Those of you that subscribe to my blog know that I’ve been photographing Manatees for years. Every winter, I look forward to the Manatees returning to Crystal River and my chance to interact and photograph these gentle giants. And every year, I learn a few tidbits that help me take better photographs (who says you can’t teach old dogs new tricks?!). In today’s blog, I’d like to share with you the best of my manatee photographs as well as my learnings, tips and suggestions.
Before we get started, if you are looking for an in-depth review of how to photograph manatees, check out this article I wrote last year.
My first tip : Who to book your tour with
- Crystal River/King’s Bay
- In the past, I haven’t recommended a specific tour company…because over the years I had found them all pretty much the same. However, this year I took two trips with Bird’s Underwater and I was incredibly impressed. They’ve been in business for quite a while and somehow manage to combine all the best aspects of the other tours with none of the downsides…and their pricing is competitive as well. I’m not the only one who thinks highly of them, they also have an excellent Trip Advisor rating. Here is a link to their website. And…no, I (unfortunately) don’t get any kickbacks/discounts for this recommendation:)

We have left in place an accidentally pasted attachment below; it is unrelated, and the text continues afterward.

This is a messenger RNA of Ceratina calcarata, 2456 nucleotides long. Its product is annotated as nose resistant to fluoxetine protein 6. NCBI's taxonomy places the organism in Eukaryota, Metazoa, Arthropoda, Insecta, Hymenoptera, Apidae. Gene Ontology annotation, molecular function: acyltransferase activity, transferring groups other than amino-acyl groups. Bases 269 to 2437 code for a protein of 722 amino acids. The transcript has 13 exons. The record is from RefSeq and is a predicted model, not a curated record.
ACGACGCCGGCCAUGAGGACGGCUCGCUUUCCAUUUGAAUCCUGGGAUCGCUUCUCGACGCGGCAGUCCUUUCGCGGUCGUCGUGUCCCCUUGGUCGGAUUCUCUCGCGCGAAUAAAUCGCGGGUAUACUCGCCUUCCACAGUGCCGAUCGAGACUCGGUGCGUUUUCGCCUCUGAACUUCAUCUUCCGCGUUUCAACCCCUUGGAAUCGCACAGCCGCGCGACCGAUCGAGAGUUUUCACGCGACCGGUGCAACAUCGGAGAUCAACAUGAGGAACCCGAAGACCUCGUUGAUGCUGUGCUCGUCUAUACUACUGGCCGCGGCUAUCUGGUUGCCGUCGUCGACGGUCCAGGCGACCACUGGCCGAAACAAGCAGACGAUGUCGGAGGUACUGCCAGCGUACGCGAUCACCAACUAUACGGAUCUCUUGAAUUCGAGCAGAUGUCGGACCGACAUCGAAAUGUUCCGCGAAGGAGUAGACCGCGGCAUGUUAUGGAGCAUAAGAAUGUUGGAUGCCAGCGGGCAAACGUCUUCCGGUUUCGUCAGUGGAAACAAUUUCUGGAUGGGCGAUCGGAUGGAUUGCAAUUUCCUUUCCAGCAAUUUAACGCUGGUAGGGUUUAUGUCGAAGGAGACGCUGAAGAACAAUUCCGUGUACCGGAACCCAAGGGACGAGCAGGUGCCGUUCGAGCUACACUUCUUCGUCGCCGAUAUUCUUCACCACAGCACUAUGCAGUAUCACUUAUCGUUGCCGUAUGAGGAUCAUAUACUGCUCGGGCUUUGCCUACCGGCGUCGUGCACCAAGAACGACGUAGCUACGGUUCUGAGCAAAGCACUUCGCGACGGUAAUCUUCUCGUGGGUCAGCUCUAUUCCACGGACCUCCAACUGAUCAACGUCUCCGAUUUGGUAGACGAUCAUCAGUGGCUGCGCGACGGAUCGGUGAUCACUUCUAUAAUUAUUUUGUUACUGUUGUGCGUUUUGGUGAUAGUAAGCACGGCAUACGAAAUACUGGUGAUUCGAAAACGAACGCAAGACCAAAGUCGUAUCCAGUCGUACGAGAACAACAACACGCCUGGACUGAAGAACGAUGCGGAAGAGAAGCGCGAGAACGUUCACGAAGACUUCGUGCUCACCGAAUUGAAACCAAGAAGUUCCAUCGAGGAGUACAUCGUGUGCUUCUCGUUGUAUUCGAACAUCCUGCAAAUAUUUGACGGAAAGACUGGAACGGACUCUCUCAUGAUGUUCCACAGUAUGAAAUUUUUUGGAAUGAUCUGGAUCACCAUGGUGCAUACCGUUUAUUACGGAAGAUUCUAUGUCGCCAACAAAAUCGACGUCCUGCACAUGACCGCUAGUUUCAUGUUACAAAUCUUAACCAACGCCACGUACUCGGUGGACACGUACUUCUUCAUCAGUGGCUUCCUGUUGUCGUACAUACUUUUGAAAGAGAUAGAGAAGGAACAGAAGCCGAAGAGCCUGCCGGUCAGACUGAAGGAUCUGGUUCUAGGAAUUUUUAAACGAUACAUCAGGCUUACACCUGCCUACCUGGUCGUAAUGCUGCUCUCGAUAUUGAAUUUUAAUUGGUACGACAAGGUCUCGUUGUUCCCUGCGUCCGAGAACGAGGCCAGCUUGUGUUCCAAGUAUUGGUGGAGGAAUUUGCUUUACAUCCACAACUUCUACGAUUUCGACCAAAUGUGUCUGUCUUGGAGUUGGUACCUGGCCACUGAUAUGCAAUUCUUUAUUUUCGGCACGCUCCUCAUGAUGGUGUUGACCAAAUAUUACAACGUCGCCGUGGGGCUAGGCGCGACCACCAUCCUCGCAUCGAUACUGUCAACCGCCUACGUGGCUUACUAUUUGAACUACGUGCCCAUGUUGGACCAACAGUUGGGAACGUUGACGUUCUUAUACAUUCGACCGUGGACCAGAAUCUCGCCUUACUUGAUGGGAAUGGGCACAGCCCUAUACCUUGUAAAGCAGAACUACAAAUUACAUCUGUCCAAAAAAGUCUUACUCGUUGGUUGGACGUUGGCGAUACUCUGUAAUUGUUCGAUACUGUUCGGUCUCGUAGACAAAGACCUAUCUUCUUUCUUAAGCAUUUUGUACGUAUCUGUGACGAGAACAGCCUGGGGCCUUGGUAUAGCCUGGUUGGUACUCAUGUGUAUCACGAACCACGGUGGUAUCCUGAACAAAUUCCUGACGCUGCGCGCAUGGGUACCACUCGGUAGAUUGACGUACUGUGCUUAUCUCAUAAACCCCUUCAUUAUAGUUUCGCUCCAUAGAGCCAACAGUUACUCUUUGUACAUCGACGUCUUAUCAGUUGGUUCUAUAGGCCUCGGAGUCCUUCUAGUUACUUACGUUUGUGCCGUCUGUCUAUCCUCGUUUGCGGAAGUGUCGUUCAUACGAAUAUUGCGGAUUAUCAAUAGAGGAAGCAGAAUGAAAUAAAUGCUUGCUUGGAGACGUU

- If you decide to try the more ‘photographer friendly’ Homosassa area, then I’d recommend Wyn Walker of Blue Heaven River Tours. Wyn actually has an enclosed and heated boat, which is quite appreciated when climbing out of the chilly water. His Trip Advisor rating is also excellent and he is passionate about the manatees..and his customers. And again…no kickbacks…darn it.
Buy an underwater housing for your DSLR
Although you can get solid quality manatee photos from a waterproof point n shoot camera (which is what I’ve recommended in previous posts), I finally broke down last year and bought a Ikelite underwater housing for my old Nikon D700. Although I got it used on eBay for half of the retail price, it still wasn’t exactly cheap. But, I have to admit that using a DSLR provides a significant advantage.
When combined with a 15mm fisheye and an 8″ dome, you can get truly remarkable shots of Manatees with a technique known as CFWA (Close Focus Wide Angle). Since manatees will come right up to you (heck, they will bump you!), CFWA is perfect for this type of photography (I wouldn’t try it with Great Whites though). Alex Mustard is a underwater photographer I have long admired and he has provided a great recap on techniques involved in CFWA…check out this link for more.
Note: As of 2018, restrictions prohibit approaching closer than 6 feet from a manatee, so if you are using a wide angle lens, be aware of your distance.
Shooting underwater with a fullsize DSLR takes some practice. Over the years, you get to know your camera’s controls without even looking, but don’t be surprised if using an underwater housing initially seems like learning how to use your camera all over again. The sheer size, bulk and weight of the housing can also be a bit intimidating but it manageable with practice. Oh, and you will certainly get comments from your fellow snorkelers!
Hold your camera down and aim up at the Manatee.